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Boa Music, Spain

For those who still don't know them, the band Berrogüetto is considered by many around the world as one of the best Galician bands. This accomplishment stands out in itself if we take into account that one of the contestants for that title answers by the name of Milladoiro. Much of the success of the band is due to the acceptance of their first two albums, Navicularia and Viaxe por Urticaria, both of them true masterpieces whose main quality is the original and contemporary approach taken by the musicians to the traditional tunes.

cd cover There was therefore much expectation surrounding their third release, premiered in December 2001 in the Galician town of Santiago de Compostela. Hepta (seven in ancient Greek) is built around the number 7 and its several meanings in nature and society. Seven are the colors of the rainbow, seven are the main arts, seven are the musical notes, seven are the days of the week. And seven also are the members of the band: Anxo Pintos (hurdy gurdy, bagpipes, sax), Guadi Galego (vocals, bagpipes), Santiago Cribeiro (accordeon), Quim Farina (violin), Quico Comesana (mandolin, harp, bouzouki), Guillermo Fernandez (guitars, bass) and Isaac Palacin (percussion, drums).

The Hepta project was considered by the band as much more than a musical project. For the artistic conception of the album, the band contacted the French artist Georges Rousse, who is known for spanning several art forms like photography, architecture, sculpture and painting. The Paris-born artist has gained worldwide acclaim for his interventions in abandoned and condemned sites. He alters those sites as part of a process of photographing them, reinventing them and giving them new life through the resulting photographs. Violinist Farina says, "there is a great similarity between Berrogüetto and Georges Rousses's work because our game consists in recovering traditional tunes that are also condemned, forgotten and abandoned." Just like Rousse works a certain site and immortalizes it through photography, Berrogüetto work the traditional tunes and instruments, giving them a new structure and rendering them immortal in each recording. For this project Rousse's intervention took place in Sargadelos, a 200-year old abandoned factory, near Lugo, in Galicia. For seven days, in July 2001 (the seventh month of the year), the artist worked with the seven band members in order to recover the space and integrate the musicians in the surrounding environment. The artists offered their bodies to be painted, each in one of seven different colors, and were then photographed in the environment of the abandoned factory.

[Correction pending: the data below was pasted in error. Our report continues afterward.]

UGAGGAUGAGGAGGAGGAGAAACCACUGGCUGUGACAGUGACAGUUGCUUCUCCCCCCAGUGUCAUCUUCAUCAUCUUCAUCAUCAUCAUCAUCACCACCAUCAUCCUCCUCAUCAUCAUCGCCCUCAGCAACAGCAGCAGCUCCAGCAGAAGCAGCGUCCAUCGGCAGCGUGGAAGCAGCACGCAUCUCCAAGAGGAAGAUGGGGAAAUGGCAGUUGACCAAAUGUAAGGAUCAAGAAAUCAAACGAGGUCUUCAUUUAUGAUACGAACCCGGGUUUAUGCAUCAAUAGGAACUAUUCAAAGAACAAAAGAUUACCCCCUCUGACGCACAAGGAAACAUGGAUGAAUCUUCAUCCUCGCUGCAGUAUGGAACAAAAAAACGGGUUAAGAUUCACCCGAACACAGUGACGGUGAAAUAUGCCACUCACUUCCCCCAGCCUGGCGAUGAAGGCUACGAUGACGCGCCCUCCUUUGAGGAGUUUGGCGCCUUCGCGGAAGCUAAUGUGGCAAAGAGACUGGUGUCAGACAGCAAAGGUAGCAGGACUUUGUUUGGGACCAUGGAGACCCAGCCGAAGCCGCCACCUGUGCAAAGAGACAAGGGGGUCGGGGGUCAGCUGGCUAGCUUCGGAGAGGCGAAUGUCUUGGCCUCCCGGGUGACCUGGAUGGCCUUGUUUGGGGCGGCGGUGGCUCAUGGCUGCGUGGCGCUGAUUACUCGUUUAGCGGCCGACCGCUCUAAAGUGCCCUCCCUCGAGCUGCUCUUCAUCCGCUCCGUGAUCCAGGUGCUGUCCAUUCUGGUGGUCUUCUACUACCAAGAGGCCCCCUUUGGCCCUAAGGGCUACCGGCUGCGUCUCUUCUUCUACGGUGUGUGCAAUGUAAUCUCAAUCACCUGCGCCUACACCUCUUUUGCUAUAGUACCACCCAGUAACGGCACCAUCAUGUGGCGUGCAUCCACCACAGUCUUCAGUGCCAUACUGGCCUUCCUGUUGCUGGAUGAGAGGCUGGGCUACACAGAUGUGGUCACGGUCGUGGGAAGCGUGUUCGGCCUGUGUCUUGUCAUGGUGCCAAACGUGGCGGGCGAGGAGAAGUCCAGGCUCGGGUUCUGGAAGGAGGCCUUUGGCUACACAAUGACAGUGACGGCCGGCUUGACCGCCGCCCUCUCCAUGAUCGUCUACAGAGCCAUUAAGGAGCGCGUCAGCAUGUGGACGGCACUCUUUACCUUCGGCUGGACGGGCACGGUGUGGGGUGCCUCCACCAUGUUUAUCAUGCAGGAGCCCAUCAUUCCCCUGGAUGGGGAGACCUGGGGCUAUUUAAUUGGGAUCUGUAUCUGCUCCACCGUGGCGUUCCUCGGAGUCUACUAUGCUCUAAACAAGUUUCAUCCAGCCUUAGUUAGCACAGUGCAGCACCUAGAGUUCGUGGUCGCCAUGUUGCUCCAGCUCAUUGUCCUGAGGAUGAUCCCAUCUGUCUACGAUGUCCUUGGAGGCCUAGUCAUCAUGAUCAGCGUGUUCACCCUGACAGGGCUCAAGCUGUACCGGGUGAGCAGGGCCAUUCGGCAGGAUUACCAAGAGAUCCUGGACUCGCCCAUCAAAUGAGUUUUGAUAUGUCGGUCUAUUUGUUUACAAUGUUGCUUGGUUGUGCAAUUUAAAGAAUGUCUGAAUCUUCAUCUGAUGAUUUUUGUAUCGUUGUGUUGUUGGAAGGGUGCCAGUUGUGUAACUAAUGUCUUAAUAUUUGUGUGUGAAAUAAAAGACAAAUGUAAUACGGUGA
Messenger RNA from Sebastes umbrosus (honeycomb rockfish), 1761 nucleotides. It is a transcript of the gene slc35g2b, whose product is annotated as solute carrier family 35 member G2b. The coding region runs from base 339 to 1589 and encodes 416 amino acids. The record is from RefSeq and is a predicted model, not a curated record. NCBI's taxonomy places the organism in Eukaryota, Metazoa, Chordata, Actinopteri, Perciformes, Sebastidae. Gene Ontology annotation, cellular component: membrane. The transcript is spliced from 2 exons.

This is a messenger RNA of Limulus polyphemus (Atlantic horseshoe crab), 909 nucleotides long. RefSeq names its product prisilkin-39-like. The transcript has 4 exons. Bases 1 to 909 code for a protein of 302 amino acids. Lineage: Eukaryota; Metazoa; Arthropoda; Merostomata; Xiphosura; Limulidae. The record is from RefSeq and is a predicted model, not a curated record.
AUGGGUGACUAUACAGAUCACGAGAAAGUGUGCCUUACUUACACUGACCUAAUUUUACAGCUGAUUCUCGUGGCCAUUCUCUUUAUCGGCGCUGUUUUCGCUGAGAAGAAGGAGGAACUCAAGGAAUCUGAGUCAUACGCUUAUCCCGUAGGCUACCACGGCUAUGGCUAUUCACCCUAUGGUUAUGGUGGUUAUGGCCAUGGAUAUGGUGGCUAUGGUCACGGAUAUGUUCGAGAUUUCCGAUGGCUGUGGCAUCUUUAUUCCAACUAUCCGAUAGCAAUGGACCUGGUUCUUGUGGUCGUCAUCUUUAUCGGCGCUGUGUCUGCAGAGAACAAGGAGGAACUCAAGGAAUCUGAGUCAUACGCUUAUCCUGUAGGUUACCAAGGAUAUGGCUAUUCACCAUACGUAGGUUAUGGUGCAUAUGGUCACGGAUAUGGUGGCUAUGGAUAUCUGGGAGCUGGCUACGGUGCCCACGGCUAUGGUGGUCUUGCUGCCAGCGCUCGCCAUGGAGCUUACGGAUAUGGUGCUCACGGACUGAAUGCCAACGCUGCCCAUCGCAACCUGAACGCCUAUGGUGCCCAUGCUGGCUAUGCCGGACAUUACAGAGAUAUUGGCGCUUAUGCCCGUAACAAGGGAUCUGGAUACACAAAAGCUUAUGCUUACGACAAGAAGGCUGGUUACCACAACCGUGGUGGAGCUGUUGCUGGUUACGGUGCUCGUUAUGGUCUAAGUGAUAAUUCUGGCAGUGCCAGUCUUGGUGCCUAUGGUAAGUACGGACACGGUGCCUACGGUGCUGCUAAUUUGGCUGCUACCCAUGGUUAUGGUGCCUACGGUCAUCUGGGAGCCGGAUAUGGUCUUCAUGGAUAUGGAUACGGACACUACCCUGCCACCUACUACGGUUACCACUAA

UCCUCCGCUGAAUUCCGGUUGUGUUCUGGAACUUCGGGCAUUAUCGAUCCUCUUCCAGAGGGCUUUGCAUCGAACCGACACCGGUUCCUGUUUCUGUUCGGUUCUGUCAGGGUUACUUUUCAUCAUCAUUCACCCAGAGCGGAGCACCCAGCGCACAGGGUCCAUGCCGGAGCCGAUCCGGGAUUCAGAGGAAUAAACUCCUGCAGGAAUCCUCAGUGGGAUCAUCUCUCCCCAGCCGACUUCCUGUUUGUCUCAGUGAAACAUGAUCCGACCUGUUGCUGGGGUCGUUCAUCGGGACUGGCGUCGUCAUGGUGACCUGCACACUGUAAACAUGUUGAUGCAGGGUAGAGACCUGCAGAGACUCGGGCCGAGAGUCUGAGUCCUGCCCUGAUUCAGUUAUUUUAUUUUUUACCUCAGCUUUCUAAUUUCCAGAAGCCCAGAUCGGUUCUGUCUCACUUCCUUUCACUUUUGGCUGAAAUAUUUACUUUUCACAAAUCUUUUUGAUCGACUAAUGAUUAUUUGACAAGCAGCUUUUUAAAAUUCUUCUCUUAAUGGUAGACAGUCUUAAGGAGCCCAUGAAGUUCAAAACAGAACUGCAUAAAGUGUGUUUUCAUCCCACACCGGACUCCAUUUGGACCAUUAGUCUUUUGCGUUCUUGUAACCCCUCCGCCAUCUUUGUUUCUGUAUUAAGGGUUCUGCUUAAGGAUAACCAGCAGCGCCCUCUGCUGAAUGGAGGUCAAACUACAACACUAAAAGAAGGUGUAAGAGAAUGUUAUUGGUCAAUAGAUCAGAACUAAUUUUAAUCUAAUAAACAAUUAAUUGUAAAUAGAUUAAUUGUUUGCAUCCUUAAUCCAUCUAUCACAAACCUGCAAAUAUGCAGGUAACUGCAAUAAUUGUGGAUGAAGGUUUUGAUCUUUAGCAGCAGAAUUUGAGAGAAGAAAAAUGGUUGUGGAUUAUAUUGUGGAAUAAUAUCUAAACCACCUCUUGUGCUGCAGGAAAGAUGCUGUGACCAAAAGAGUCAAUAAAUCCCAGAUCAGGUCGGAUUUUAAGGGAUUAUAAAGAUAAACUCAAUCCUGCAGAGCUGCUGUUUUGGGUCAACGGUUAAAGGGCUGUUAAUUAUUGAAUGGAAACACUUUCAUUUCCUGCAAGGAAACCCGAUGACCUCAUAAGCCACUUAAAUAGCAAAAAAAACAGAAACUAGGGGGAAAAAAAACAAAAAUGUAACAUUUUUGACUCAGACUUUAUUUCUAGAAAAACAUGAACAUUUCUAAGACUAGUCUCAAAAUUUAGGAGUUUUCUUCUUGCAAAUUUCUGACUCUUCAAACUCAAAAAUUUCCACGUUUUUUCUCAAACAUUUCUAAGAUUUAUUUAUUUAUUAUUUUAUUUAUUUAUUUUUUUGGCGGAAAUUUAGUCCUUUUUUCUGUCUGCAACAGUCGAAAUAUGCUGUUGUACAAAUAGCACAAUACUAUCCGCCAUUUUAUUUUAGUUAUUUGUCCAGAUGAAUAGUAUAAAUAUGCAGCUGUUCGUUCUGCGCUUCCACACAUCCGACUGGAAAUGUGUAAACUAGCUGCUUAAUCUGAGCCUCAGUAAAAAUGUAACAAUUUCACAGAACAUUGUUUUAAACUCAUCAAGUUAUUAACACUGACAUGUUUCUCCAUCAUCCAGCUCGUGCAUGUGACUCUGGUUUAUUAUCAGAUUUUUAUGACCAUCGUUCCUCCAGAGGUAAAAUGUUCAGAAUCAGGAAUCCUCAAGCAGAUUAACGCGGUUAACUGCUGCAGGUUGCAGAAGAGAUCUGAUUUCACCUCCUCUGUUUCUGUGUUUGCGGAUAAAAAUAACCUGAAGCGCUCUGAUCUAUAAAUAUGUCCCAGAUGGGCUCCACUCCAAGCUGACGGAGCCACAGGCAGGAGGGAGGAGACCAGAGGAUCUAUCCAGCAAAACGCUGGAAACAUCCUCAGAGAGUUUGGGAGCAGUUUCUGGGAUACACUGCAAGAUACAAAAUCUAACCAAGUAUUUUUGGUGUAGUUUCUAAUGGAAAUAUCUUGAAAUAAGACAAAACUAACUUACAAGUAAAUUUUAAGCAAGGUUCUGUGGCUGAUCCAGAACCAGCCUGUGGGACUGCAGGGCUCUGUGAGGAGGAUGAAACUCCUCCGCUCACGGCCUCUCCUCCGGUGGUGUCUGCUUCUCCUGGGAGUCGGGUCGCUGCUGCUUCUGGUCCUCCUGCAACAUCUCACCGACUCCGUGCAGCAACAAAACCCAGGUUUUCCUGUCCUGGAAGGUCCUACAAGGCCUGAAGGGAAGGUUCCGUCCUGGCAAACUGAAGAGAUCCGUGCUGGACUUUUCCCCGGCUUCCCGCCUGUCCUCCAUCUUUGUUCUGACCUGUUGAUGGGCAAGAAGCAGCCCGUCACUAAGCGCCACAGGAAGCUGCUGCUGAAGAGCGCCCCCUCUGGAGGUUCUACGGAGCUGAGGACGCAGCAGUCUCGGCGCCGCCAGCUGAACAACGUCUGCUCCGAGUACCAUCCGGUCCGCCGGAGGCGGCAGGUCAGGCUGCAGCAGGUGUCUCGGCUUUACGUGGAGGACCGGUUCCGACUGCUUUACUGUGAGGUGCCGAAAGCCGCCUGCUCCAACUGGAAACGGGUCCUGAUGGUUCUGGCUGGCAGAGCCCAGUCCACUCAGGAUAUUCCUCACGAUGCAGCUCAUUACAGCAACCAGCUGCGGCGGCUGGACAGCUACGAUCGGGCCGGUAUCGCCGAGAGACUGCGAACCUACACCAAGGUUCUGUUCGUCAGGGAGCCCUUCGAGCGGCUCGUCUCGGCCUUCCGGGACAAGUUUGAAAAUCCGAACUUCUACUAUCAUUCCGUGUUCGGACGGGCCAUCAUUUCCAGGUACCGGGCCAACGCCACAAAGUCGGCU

Once again Berrogüetto lives up to musical expectations, too. During thirteen tunes, the album uses the formula that brought them success in their previous recordings, using contemporary music styles like pop and jazz to interact with the traditional tunes and instruments of Galicia. Berrogüetto have created a record that does not wear out after one or two listenings. Each listening reveals small details in the tunes' structure or in the way that the sounds of each intruments interact with each other. And once again we notice that Berrogüetto works as a true band, since all of the elements are equally important in helping to give shape to each tune.

Just as they had done in their previous album, Berrogüetto invited some guest musicians to participate on a few songs, including the Armenian master of the duduk Djivan Gasparyan, Hungarian cimbalon player Kalman Balogh, and Swedish nickelharpist Markus Svensson.

Although the high quality of the tunes remains during almost all of the album, I would like to point "Nanatsu," "Vinte Anos," "Armenia," "Albores" and "Samesugas" as the highlights. There is a hidden track in the end of the record (after the last tune) but it's one that I could live without, because it's nothing more than a remix of one of the other songs of the album.

This is yet another record that helps to fortify the position that Berrogüetto have achieved in the european traditional music scene. Those that already know the band might say that this record is not as good as the previous (the difference is not that big, though), however there are lots of musicians out there who would love that their best album was as good as this one. - Joao Maia

More audio samples and CD available at

Audio: "Samesugas" ©2001 Boa Music, Spain, used by permission
Editors note: This is one of the new "piracy encoded" CDs that does not play on many computers. I have had a mixed reports from folks who have it as to what programs will and will not play the music from your machine. It plays perfectly on ALL standard CD audio players. It's just one more way the recording industry is working hard to frustrate you.

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